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The Box Score: A look at Iowa men's basketball statistics ahead of NIT Final Four

BY IAN MARTIN | APRIL 01, 2013 5:00 AM

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Iowa with halftime lead vs. nonconference opponents (including NIT): 12-1

As anyone who saw South Carolina State, Texas A&M-Corpus Christi, or Coppin State this season can attest, the Hawkeyes had an easy nonconference schedule. Not just easy for a major conference team but for any team.

One of the only blemishes on the record was against Final Four team Wichita State. Iowa blew a 2-point halftime lead against the Shockers, who cruised in the second half of the Nov. 21 game. Contrast the that blown lead to the NIT where Iowa has led at half by 7 points combined in three games. The Hawkeyes have won all three of their NIT games by 11 points or more.

Iowa’s record vs. Sweet 16 teams: 0-7

Some may say the Hawkeyes NIT run has proven they belonged in the NCAA Tournament. Regardless, it doesn’t seem Iowa would’ve made it far in the Big Dance. While Iowa did beat some NCAA Tournament teams, the five teams Iowa played that made it to the final 16 all bested the Hawks in 2012-13.

Granted, the Hawkeyes did play some of these teams close (see: two losses to Michigan St. by 3 points), but both Final Four teams on Iowa’s schedule won by double-digits. Michigan was the only team to truly blow out the Hawkeyes this year, winning by 28 in Ann Arbor.

Eric May field-goal percentage: .460

The only scholarship senior on the team also shows the best wisdom when deciding to shoot. His field-goal percentage is the highest among true guards on the team and he’s nearly as choosy from deep, where he shoots just above 40 percent.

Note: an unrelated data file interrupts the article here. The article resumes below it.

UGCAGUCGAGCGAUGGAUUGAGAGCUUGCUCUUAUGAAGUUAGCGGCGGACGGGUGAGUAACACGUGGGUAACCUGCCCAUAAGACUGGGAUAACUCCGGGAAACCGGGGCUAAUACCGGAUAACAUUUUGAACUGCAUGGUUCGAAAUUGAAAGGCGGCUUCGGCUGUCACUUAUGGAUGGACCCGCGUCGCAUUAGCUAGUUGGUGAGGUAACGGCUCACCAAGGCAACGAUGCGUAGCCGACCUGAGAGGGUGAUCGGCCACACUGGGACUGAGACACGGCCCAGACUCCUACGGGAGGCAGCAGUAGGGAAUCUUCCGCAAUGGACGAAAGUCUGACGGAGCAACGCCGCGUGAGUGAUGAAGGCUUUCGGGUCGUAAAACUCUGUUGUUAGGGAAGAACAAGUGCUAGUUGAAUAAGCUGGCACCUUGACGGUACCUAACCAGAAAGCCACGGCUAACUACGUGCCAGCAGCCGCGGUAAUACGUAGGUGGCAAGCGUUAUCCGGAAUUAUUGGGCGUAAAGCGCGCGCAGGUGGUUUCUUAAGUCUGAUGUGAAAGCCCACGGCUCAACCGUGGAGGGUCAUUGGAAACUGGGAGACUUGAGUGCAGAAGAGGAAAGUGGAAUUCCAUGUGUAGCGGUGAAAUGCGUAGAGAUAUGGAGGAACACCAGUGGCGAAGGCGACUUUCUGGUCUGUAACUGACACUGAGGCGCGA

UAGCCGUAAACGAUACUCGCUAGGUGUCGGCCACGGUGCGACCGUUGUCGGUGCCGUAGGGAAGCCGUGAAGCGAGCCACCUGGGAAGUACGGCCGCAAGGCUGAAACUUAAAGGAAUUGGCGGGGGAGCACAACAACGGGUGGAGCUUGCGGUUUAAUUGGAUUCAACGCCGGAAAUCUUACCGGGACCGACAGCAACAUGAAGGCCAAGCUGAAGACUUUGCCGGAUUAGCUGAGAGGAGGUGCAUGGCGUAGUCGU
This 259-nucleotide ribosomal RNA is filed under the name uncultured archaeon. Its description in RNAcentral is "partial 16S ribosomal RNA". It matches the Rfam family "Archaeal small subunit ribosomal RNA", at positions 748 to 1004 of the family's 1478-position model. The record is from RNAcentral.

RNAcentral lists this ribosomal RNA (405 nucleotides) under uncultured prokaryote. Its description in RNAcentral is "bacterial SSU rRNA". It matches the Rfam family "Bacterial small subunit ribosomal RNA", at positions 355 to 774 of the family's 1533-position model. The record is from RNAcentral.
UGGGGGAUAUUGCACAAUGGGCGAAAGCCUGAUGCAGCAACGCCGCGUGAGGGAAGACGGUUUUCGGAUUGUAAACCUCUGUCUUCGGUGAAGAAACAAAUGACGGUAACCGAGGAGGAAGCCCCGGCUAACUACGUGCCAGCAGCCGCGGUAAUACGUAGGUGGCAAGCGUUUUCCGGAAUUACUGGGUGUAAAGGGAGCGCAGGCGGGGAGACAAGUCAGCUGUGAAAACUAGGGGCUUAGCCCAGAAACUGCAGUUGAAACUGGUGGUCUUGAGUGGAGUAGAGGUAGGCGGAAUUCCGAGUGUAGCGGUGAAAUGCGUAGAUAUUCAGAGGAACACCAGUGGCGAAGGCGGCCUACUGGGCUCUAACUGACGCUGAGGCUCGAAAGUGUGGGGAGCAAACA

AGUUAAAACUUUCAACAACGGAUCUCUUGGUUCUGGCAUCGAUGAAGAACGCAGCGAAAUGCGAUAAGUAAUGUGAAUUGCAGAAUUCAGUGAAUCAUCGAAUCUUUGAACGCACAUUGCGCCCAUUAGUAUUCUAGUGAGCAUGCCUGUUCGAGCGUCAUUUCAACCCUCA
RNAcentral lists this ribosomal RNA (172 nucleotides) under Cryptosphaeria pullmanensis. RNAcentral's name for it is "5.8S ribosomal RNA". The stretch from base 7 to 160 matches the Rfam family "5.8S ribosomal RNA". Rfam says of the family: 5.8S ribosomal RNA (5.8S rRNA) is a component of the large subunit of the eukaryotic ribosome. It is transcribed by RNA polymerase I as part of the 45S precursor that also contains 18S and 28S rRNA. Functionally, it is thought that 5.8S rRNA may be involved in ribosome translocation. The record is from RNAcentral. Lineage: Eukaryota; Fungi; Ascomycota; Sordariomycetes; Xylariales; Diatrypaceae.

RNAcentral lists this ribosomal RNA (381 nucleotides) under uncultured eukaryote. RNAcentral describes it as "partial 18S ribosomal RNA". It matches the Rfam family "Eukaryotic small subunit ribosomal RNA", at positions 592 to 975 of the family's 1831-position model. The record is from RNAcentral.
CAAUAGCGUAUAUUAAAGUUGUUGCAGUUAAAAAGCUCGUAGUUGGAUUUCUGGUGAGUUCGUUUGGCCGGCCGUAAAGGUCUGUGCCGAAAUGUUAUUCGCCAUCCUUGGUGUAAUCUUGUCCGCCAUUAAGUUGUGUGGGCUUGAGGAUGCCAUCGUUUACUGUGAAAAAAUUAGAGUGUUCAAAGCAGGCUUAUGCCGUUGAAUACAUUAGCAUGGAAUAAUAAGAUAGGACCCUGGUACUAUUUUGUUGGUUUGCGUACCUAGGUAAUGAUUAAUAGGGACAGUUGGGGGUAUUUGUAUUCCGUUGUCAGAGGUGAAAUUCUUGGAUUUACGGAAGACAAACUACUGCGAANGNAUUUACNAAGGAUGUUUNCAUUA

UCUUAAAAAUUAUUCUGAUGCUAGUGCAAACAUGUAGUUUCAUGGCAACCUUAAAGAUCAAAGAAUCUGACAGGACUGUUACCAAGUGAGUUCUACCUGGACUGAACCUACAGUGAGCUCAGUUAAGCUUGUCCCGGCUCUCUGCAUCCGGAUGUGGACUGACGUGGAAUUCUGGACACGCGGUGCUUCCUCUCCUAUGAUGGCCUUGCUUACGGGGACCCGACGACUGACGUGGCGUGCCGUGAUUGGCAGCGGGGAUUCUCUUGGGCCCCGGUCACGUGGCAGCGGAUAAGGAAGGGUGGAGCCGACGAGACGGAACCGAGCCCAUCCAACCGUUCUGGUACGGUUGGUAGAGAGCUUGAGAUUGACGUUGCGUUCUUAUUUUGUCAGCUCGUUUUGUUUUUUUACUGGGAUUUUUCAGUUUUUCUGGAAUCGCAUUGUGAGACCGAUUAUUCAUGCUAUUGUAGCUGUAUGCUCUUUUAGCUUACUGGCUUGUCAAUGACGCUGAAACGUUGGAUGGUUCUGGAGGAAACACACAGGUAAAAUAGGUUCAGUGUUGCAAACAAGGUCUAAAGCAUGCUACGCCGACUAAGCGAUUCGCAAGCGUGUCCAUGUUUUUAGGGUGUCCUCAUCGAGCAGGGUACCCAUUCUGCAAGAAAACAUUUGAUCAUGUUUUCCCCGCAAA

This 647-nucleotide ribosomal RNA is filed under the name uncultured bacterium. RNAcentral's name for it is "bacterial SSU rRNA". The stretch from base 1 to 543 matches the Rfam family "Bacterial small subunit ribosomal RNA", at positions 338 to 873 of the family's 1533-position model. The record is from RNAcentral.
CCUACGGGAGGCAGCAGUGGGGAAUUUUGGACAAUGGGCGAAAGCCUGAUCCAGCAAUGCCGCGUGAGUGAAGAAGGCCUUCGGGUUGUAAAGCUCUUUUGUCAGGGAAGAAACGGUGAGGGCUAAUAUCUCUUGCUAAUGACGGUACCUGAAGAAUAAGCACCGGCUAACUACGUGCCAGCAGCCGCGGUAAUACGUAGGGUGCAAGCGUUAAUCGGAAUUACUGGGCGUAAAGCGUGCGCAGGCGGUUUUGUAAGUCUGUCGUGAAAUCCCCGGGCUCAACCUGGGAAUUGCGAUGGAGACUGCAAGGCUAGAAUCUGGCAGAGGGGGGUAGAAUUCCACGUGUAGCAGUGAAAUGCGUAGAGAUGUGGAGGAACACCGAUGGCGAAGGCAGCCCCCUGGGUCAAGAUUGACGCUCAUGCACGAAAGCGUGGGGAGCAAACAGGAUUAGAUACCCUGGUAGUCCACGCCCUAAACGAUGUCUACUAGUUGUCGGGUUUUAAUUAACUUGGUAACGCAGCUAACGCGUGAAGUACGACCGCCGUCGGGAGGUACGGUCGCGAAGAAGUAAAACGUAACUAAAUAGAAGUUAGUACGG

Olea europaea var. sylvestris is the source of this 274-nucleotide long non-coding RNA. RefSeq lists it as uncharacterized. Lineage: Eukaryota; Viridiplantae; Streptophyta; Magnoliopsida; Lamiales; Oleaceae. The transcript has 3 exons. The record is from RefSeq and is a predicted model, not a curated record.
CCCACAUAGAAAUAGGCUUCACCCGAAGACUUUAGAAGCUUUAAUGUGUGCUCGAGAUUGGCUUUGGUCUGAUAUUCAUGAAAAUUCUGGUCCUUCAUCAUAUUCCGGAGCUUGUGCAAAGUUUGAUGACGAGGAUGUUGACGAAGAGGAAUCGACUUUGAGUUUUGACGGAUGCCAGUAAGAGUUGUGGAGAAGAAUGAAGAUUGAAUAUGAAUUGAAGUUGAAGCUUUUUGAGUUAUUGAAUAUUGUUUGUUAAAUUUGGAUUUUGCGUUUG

The Dubuque native has had a penchant for hitting a big 3-pointer at the right time, too — currently he’s 4-of-5 from beyond the arc during the NIT.

Maryland’s field-goal percentage defense: .384, 1st in ACC

The Terrapins are only as good as their defense, which usually means they’re pretty good. Much is, rightfully, due to Maryland’s 7-1 center Alex Len, a league-leader in both blocked shots per game (1.9) and pulling down nearly 8 rebounds per game. The Ukranian also contests and alters countless looks inside.

For what it’s worth, Virginia is second in the ACC in field-goal percentage defense (.388), and the Hawkeyes shot .491 against the Cavaliers’ zone and man-to-man.

Maryland guard-forward Dez Wells: 10-straight double-digit scoring games

Dating back to the regular season, 6-5 swingman Dez Wells has arguably wrested the “Maryland’s best player” award from Len. The sophomore’s run was highlighted by a 30-point effort against Elite Eight loser Duke during the ACC Tournament.

He selects shots well, as one of a mere seven ACC players who shot over .500 during the 2012-13 season. Wells had a .531 to be precise, but much like Marble for Iowa, Wells is a scorer who had off games this year, gaining only 5 points or fewer in four conference games.


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